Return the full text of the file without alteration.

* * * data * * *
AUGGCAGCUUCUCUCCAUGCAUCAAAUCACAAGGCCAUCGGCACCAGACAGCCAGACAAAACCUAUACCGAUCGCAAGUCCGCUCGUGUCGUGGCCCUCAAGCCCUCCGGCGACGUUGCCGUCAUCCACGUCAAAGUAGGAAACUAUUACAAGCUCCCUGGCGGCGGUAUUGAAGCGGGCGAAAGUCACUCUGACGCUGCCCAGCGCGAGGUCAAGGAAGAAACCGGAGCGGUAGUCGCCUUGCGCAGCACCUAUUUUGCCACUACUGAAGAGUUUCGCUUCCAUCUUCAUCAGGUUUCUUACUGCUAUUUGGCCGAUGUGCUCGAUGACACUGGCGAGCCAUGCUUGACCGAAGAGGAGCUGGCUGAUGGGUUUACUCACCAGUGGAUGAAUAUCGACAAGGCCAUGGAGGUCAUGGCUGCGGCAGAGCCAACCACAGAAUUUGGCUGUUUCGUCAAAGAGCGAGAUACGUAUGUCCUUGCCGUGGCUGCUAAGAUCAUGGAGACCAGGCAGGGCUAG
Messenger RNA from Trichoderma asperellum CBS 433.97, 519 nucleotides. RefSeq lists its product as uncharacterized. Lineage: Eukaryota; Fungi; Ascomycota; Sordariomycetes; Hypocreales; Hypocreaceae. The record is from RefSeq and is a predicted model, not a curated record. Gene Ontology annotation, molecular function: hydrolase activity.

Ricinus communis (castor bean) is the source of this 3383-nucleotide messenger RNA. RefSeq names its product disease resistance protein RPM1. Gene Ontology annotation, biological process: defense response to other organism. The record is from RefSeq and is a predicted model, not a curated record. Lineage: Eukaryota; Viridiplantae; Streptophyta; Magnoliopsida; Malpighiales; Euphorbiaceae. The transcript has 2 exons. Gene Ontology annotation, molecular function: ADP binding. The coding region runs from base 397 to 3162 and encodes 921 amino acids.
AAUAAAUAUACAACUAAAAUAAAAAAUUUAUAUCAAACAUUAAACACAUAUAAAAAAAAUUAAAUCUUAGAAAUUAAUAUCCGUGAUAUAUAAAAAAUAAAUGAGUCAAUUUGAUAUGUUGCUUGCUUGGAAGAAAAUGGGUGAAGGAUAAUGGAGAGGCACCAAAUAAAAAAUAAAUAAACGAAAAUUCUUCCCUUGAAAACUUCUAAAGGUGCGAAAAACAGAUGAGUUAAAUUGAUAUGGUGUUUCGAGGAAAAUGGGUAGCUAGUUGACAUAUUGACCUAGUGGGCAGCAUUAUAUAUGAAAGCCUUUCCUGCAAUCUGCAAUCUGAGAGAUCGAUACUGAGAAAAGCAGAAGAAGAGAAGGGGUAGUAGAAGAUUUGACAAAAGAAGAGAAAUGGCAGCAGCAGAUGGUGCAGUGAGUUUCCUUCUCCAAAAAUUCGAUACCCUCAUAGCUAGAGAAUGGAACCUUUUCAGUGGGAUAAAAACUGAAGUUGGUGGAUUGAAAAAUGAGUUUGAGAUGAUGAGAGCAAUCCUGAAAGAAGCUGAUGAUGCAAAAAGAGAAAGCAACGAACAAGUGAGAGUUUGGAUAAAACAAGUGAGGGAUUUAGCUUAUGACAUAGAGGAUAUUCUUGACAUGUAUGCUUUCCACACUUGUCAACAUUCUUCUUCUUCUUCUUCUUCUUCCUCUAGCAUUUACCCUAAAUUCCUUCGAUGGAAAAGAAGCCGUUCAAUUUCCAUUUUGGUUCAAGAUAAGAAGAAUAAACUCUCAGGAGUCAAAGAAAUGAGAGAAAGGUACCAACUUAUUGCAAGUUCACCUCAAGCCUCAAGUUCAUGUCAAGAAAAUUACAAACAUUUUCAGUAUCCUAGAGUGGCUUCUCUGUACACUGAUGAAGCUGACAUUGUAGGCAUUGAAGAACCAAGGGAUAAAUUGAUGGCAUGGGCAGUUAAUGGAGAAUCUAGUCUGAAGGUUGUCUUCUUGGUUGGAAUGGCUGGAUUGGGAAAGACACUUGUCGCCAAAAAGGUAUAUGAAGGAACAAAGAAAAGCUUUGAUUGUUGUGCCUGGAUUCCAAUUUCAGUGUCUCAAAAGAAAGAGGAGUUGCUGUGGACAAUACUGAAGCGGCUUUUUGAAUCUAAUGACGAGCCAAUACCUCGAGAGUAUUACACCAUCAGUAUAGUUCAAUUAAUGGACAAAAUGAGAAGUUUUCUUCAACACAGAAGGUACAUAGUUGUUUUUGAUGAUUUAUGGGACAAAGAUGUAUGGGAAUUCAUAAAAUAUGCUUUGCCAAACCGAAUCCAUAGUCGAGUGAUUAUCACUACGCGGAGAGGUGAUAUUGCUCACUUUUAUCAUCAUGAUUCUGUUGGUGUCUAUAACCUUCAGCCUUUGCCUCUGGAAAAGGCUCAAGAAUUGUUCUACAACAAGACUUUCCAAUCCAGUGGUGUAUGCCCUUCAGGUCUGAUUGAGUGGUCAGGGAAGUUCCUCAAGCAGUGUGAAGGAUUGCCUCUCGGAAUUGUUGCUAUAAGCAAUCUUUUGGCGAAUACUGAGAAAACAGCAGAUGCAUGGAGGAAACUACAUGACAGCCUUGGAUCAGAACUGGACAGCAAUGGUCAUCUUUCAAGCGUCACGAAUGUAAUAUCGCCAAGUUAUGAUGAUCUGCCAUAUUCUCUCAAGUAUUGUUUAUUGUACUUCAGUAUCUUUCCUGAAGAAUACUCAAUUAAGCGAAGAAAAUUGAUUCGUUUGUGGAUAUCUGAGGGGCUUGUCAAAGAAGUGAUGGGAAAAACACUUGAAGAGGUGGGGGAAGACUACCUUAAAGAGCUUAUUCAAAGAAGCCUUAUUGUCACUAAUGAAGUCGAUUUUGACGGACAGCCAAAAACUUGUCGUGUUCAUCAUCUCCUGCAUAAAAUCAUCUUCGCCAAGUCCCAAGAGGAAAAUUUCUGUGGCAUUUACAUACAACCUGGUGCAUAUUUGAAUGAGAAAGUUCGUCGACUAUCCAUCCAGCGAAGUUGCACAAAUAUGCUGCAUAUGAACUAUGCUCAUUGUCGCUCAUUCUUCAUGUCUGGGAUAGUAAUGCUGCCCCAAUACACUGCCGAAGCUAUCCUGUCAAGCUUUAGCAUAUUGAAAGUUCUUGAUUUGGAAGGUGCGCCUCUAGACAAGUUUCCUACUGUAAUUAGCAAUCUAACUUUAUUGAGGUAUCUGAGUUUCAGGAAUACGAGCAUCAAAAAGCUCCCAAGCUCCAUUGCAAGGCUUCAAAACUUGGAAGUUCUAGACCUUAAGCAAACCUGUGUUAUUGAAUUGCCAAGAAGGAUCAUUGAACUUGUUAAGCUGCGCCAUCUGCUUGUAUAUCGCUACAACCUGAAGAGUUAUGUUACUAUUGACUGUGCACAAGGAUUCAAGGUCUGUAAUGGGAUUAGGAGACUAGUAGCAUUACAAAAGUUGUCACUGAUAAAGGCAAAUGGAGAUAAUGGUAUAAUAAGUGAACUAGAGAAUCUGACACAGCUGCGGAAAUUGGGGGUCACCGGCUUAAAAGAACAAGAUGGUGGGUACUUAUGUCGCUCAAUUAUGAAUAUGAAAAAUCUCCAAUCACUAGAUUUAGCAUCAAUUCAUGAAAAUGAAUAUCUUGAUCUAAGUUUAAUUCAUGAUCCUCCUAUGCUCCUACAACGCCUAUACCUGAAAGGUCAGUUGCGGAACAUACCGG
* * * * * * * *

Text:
AUGGCAGCUUCUCUCCAUGCAUCAAAUCACAAGGCCAUCGGCACCAGACAGCCAGACAAAACCUAUACCGAUCGCAAGUCCGCUCGUGUCGUGGCCCUCAAGCCCUCCGGCGACGUUGCCGUCAUCCACGUCAAAGUAGGAAACUAUUACAAGCUCCCUGGCGGCGGUAUUGAAGCGGGCGAAAGUCACUCUGACGCUGCCCAGCGCGAGGUCAAGGAAGAAACCGGAGCGGUAGUCGCCUUGCGCAGCACCUAUUUUGCCACUACUGAAGAGUUUCGCUUCCAUCUUCAUCAGGUUUCUUACUGCUAUUUGGCCGAUGUGCUCGAUGACACUGGCGAGCCAUGCUUGACCGAAGAGGAGCUGGCUGAUGGGUUUACUCACCAGUGGAUGAAUAUCGACAAGGCCAUGGAGGUCAUGGCUGCGGCAGAGCCAACCACAGAAUUUGGCUGUUUCGUCAAAGAGCGAGAUACGUAUGUCCUUGCCGUGGCUGCUAAGAUCAUGGAGACCAGGCAGGGCUAG
Messenger RNA from Trichoderma asperellum CBS 433.97, 519 nucleotides. RefSeq lists its product as uncharacterized. Lineage: Eukaryota; Fungi; Ascomycota; Sordariomycetes; Hypocreales; Hypocreaceae. The record is from RefSeq and is a predicted model, not a curated record. Gene Ontology annotation, molecular function: hydrolase activity.

Ricinus communis (castor bean) is the source of this 3383-nucleotide messenger RNA. RefSeq names its product disease resistance protein RPM1. Gene Ontology annotation, biological process: defense response to other organism. The record is from RefSeq and is a predicted model, not a curated record. Lineage: Eukaryota; Viridiplantae; Streptophyta; Magnoliopsida; Malpighiales; Euphorbiaceae. The transcript has 2 exons. Gene Ontology annotation, molecular function: ADP binding. The coding region runs from base 397 to 3162 and encodes 921 amino acids.
AAUAAAUAUACAACUAAAAUAAAAAAUUUAUAUCAAACAUUAAACACAUAUAAAAAAAAUUAAAUCUUAGAAAUUAAUAUCCGUGAUAUAUAAAAAAUAAAUGAGUCAAUUUGAUAUGUUGCUUGCUUGGAAGAAAAUGGGUGAAGGAUAAUGGAGAGGCACCAAAUAAAAAAUAAAUAAACGAAAAUUCUUCCCUUGAAAACUUCUAAAGGUGCGAAAAACAGAUGAGUUAAAUUGAUAUGGUGUUUCGAGGAAAAUGGGUAGCUAGUUGACAUAUUGACCUAGUGGGCAGCAUUAUAUAUGAAAGCCUUUCCUGCAAUCUGCAAUCUGAGAGAUCGAUACUGAGAAAAGCAGAAGAAGAGAAGGGGUAGUAGAAGAUUUGACAAAAGAAGAGAAAUGGCAGCAGCAGAUGGUGCAGUGAGUUUCCUUCUCCAAAAAUUCGAUACCCUCAUAGCUAGAGAAUGGAACCUUUUCAGUGGGAUAAAAACUGAAGUUGGUGGAUUGAAAAAUGAGUUUGAGAUGAUGAGAGCAAUCCUGAAAGAAGCUGAUGAUGCAAAAAGAGAAAGCAACGAACAAGUGAGAGUUUGGAUAAAACAAGUGAGGGAUUUAGCUUAUGACAUAGAGGAUAUUCUUGACAUGUAUGCUUUCCACACUUGUCAACAUUCUUCUUCUUCUUCUUCUUCUUCCUCUAGCAUUUACCCUAAAUUCCUUCGAUGGAAAAGAAGCCGUUCAAUUUCCAUUUUGGUUCAAGAUAAGAAGAAUAAACUCUCAGGAGUCAAAGAAAUGAGAGAAAGGUACCAACUUAUUGCAAGUUCACCUCAAGCCUCAAGUUCAUGUCAAGAAAAUUACAAACAUUUUCAGUAUCCUAGAGUGGCUUCUCUGUACACUGAUGAAGCUGACAUUGUAGGCAUUGAAGAACCAAGGGAUAAAUUGAUGGCAUGGGCAGUUAAUGGAGAAUCUAGUCUGAAGGUUGUCUUCUUGGUUGGAAUGGCUGGAUUGGGAAAGACACUUGUCGCCAAAAAGGUAUAUGAAGGAACAAAGAAAAGCUUUGAUUGUUGUGCCUGGAUUCCAAUUUCAGUGUCUCAAAAGAAAGAGGAGUUGCUGUGGACAAUACUGAAGCGGCUUUUUGAAUCUAAUGACGAGCCAAUACCUCGAGAGUAUUACACCAUCAGUAUAGUUCAAUUAAUGGACAAAAUGAGAAGUUUUCUUCAACACAGAAGGUACAUAGUUGUUUUUGAUGAUUUAUGGGACAAAGAUGUAUGGGAAUUCAUAAAAUAUGCUUUGCCAAACCGAAUCCAUAGUCGAGUGAUUAUCACUACGCGGAGAGGUGAUAUUGCUCACUUUUAUCAUCAUGAUUCUGUUGGUGUCUAUAACCUUCAGCCUUUGCCUCUGGAAAAGGCUCAAGAAUUGUUCUACAACAAGACUUUCCAAUCCAGUGGUGUAUGCCCUUCAGGUCUGAUUGAGUGGUCAGGGAAGUUCCUCAAGCAGUGUGAAGGAUUGCCUCUCGGAAUUGUUGCUAUAAGCAAUCUUUUGGCGAAUACUGAGAAAACAGCAGAUGCAUGGAGGAAACUACAUGACAGCCUUGGAUCAGAACUGGACAGCAAUGGUCAUCUUUCAAGCGUCACGAAUGUAAUAUCGCCAAGUUAUGAUGAUCUGCCAUAUUCUCUCAAGUAUUGUUUAUUGUACUUCAGUAUCUUUCCUGAAGAAUACUCAAUUAAGCGAAGAAAAUUGAUUCGUUUGUGGAUAUCUGAGGGGCUUGUCAAAGAAGUGAUGGGAAAAACACUUGAAGAGGUGGGGGAAGACUACCUUAAAGAGCUUAUUCAAAGAAGCCUUAUUGUCACUAAUGAAGUCGAUUUUGACGGACAGCCAAAAACUUGUCGUGUUCAUCAUCUCCUGCAUAAAAUCAUCUUCGCCAAGUCCCAAGAGGAAAAUUUCUGUGGCAUUUACAUACAACCUGGUGCAUAUUUGAAUGAGAAAGUUCGUCGACUAUCCAUCCAGCGAAGUUGCACAAAUAUGCUGCAUAUGAACUAUGCUCAUUGUCGCUCAUUCUUCAUGUCUGGGAUAGUAAUGCUGCCCCAAUACACUGCCGAAGCUAUCCUGUCAAGCUUUAGCAUAUUGAAAGUUCUUGAUUUGGAAGGUGCGCCUCUAGACAAGUUUCCUACUGUAAUUAGCAAUCUAACUUUAUUGAGGUAUCUGAGUUUCAGGAAUACGAGCAUCAAAAAGCUCCCAAGCUCCAUUGCAAGGCUUCAAAACUUGGAAGUUCUAGACCUUAAGCAAACCUGUGUUAUUGAAUUGCCAAGAAGGAUCAUUGAACUUGUUAAGCUGCGCCAUCUGCUUGUAUAUCGCUACAACCUGAAGAGUUAUGUUACUAUUGACUGUGCACAAGGAUUCAAGGUCUGUAAUGGGAUUAGGAGACUAGUAGCAUUACAAAAGUUGUCACUGAUAAAGGCAAAUGGAGAUAAUGGUAUAAUAAGUGAACUAGAGAAUCUGACACAGCUGCGGAAAUUGGGGGUCACCGGCUUAAAAGAACAAGAUGGUGGGUACUUAUGUCGCUCAAUUAUGAAUAUGAAAAAUCUCCAAUCACUAGAUUUAGCAUCAAUUCAUGAAAAUGAAUAUCUUGAUCUAAGUUUAAUUCAUGAUCCUCCUAUGCUCCUACAACGCCUAUACCUGAAAGGUCAGUUGCGGAACAUACCGG